Hosted RFID Pumps Up SMBs

 
 
By Renee Boucher Ferguson  |  Posted 2005-08-29 Email Print this article Print
 
 
 
 
 
 
 

Small and midsize manufacturers and suppliers get an RFID boost from IBM and Seeburger's respective hosted services.

Small and midsize manufacturers and suppliers faced with daunting RFID mandates from the likes of Wal-Mart Stores Inc., Albertsons Inc. and the Department of Defense now have new hosted offerings to consider.

IBM, which last year staked its claim in the RFID (radio-frequency identification) market with a $250 million investment and the creation of its sensors and actuators business unit, will release this week a hosted version of its RFID services offering. Separately, integration software provider Seeburger Inc. is offering a hosted version of its RFID middleware.

Both services are aimed at reducing the initial investment for "slap and ship" implementations—a reference to the practice of suppliers literally slapping RFID tags with EPCglobal Inc.-encoded information on pallets of merchandise before theyre shipped to a buyer.

Click here to read about an intellectual property licensing consortium proposed by vendors. IBMs hosted service, part of its Express Managed Services portfolio, allows SMBs (small and midsize businesses) to handle RFID labeling and tagging on-site and then hand off the RFID data management to IBM. IBM computes tag data and transfers it to the remotely managed RFID network at the users site. An IBM operations center monitors the equipment at the customers facility and provides help desk support; failing that, IBM will send out maintenance technicians to resolve problems.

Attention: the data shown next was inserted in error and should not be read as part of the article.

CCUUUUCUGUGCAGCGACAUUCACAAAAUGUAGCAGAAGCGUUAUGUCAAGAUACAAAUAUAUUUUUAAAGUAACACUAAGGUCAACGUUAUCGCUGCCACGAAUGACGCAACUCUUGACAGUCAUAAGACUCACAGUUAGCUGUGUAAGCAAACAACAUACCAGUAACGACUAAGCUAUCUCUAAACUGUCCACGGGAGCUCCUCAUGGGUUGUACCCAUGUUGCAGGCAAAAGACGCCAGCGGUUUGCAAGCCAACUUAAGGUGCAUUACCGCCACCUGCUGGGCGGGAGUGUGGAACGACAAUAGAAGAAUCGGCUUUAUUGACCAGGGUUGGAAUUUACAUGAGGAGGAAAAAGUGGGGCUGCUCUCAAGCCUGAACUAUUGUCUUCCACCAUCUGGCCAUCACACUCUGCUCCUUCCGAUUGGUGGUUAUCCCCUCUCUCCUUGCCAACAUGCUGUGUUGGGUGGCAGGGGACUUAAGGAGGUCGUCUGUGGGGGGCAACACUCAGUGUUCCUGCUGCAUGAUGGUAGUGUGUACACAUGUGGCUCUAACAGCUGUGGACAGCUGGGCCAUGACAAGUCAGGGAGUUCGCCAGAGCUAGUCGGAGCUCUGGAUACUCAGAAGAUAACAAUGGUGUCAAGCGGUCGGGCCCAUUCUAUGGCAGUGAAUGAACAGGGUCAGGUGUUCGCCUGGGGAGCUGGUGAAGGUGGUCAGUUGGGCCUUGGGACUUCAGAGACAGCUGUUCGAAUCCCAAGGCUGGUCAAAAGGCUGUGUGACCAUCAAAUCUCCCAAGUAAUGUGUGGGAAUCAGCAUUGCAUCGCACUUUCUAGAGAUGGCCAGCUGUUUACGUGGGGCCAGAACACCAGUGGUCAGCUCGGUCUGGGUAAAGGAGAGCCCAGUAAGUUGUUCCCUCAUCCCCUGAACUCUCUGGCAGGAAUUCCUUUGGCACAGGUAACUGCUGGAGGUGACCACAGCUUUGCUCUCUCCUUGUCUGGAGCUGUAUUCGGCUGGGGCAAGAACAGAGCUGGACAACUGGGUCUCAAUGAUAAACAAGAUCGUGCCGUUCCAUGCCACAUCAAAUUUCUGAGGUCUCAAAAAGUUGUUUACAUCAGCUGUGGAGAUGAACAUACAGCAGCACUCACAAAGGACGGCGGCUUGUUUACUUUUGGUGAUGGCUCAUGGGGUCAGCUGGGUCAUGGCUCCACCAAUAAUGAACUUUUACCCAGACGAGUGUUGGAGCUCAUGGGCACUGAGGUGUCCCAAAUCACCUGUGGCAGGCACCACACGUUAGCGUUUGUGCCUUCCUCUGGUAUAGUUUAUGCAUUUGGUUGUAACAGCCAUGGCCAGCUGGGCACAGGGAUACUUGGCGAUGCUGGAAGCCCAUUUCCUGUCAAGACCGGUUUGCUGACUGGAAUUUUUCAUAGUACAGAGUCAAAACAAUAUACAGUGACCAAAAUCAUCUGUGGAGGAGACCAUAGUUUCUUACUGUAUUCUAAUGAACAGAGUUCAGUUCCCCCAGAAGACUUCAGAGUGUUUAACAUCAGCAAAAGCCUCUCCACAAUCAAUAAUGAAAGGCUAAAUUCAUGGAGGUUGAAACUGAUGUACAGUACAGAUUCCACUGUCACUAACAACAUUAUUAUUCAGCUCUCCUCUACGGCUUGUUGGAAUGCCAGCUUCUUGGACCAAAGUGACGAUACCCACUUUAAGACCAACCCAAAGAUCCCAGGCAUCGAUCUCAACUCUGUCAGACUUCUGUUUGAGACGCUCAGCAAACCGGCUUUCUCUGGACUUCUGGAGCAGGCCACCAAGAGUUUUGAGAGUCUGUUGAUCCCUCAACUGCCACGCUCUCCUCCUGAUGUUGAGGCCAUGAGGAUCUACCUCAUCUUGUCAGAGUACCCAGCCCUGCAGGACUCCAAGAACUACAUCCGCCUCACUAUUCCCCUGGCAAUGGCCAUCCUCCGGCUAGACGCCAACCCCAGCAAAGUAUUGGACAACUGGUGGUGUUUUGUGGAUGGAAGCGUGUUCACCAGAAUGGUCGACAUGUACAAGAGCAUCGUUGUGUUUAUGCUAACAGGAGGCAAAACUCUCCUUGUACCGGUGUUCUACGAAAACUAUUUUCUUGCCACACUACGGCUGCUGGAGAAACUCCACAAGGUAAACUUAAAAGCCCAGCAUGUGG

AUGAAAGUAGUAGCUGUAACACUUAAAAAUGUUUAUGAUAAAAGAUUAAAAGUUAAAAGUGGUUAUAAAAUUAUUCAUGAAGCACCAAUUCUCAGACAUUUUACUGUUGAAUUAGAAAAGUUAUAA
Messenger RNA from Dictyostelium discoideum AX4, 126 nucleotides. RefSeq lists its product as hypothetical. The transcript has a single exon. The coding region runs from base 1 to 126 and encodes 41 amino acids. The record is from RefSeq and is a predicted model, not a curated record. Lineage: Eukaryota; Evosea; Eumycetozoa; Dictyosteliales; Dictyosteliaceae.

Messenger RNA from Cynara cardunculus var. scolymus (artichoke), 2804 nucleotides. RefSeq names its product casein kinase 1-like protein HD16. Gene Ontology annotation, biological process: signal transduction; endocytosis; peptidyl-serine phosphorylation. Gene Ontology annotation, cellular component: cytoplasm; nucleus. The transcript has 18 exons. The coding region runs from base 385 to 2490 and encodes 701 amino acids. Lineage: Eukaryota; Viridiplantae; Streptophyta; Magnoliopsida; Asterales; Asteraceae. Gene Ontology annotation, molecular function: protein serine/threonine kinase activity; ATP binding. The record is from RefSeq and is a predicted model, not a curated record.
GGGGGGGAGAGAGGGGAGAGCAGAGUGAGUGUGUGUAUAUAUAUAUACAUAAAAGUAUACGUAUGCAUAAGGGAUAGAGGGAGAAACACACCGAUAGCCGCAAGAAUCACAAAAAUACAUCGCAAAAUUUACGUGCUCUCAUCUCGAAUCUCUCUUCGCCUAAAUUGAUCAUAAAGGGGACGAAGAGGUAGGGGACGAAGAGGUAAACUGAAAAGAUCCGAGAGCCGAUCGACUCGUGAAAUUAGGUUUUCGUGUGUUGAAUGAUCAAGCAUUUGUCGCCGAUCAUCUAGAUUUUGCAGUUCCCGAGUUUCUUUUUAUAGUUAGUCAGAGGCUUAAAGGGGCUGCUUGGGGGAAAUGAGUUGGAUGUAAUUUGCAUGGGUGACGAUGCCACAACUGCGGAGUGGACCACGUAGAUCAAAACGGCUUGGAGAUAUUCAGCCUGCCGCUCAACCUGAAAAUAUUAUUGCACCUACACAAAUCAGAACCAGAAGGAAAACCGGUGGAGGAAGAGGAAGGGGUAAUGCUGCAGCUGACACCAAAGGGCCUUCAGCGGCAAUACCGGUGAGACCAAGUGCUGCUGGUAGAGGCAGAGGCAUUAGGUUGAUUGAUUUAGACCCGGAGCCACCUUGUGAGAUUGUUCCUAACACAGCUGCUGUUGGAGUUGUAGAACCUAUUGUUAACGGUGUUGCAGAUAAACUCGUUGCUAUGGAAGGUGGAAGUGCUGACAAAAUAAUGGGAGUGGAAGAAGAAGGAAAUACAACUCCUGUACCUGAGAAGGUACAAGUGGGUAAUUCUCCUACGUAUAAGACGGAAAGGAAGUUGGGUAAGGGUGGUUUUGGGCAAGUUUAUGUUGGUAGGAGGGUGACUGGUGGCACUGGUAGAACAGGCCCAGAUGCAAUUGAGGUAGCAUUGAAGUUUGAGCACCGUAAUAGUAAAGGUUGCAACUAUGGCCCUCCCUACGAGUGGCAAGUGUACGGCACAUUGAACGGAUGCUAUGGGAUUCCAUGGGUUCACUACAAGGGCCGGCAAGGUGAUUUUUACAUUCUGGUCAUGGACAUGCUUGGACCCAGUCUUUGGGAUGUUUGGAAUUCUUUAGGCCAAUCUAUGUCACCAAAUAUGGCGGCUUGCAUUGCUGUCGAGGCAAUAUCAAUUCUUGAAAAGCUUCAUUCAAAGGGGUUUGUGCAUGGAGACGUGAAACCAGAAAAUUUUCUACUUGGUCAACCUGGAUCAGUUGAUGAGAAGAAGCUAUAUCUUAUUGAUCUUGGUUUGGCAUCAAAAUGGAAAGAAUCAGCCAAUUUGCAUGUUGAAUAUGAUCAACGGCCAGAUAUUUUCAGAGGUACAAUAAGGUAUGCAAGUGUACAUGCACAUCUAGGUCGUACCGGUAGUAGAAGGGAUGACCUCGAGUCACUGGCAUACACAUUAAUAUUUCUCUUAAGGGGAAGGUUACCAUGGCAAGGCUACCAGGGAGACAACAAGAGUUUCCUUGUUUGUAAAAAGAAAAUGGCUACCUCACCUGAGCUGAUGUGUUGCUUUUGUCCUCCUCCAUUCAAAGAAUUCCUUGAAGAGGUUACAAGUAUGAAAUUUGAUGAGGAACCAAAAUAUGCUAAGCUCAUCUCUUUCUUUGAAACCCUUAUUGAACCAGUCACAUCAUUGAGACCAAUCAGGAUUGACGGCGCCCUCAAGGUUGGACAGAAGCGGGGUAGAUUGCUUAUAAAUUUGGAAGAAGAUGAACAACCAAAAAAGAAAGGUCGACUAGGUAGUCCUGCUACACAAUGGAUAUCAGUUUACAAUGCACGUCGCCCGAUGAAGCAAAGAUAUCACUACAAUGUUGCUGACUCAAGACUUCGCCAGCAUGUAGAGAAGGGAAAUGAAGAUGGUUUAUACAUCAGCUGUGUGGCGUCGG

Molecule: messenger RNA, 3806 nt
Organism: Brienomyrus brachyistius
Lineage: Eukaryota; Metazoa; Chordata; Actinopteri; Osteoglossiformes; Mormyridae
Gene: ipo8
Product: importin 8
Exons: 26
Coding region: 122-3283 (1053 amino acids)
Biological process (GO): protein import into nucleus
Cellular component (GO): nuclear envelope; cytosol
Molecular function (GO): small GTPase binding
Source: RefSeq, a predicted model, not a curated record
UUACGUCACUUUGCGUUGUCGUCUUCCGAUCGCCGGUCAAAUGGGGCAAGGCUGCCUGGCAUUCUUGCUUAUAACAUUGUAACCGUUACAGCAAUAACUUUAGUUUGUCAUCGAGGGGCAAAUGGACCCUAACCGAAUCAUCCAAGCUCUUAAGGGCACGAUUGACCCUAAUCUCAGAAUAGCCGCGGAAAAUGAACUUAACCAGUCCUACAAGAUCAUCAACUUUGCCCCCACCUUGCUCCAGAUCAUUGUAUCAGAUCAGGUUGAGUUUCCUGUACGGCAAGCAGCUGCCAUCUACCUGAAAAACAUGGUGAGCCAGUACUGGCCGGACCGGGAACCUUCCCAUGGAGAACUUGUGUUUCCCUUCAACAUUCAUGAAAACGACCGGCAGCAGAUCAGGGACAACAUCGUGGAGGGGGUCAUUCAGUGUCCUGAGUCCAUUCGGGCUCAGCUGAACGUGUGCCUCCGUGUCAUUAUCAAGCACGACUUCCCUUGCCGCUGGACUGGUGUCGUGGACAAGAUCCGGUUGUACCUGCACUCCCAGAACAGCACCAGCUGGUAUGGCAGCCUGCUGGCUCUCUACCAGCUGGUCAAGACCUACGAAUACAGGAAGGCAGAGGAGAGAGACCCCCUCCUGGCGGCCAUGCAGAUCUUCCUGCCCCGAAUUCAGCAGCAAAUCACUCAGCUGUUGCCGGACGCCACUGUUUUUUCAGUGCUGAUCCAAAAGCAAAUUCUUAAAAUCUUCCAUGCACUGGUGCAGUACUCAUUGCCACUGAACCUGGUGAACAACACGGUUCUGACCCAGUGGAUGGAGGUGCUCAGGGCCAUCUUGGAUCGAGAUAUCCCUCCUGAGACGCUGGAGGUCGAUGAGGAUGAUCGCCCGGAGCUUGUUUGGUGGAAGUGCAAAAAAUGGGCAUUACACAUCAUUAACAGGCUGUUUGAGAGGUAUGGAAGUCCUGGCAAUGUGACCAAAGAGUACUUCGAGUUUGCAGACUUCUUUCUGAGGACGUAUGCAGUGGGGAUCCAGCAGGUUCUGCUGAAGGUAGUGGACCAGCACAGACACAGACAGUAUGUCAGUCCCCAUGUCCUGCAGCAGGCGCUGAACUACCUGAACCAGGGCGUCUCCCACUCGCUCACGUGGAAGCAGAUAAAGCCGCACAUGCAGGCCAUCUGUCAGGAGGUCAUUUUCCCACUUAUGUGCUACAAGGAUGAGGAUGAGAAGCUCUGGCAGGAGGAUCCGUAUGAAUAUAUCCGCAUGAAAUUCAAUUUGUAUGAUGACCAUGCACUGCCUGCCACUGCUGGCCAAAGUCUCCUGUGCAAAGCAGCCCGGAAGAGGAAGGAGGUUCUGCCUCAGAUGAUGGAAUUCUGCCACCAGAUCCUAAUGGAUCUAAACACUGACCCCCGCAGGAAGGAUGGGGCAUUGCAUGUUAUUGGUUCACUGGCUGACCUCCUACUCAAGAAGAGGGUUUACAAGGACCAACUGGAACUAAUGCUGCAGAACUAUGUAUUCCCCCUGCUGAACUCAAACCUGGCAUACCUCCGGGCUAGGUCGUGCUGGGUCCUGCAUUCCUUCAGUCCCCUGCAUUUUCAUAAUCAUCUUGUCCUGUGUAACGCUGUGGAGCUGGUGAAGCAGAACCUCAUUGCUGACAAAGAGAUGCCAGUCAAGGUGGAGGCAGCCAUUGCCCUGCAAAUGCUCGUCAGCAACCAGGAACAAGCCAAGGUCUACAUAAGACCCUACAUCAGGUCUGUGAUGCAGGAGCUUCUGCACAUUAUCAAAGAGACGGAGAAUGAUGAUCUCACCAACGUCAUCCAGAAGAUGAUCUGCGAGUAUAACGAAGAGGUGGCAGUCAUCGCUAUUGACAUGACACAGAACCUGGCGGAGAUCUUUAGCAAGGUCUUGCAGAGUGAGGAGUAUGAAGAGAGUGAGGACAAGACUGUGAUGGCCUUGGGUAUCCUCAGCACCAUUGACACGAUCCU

"This manages the whole RFID environment. Its an out-tasking of RFID, with an emphasis on printing tags," said Dave Chapman, SMB practice leader at IBM Global Services, in Somers, N.Y. "The customer will have a printer and scanner on their site, and IBM has all the RFID software and servers on our site."

After users scan inventory bar-code data, its sent to IBMs network operations center in Atlanta, where the data is translated into an EPCglobal-compliant tag. An RFID tag is then encoded and printed at the customers site. The resulting data is housed at IBM, should a user want to scale the implementation.

Rich Morrissey, director of electronic business strategy at American Power Conversion Corp., an IBM user, is not in favor of a hosted RFID solution.

"[Hosting] sounds nice, but we will end up owning all the hardware and other infrastructure to be in a good production capability," said Morrissey in West Kingston, R.I.

Seeburgers IDnet hosted RFID service offers optional label verification before goods are shipped and can issue electronic invoices. It also maintains an audit trail of operations and offers online access to reports and functionality for advanced shipping notices.

Atlanta-based Seeburgers IDnet provides one on-site printer and the option to have labels printed on-site or at a third-party service bureau.

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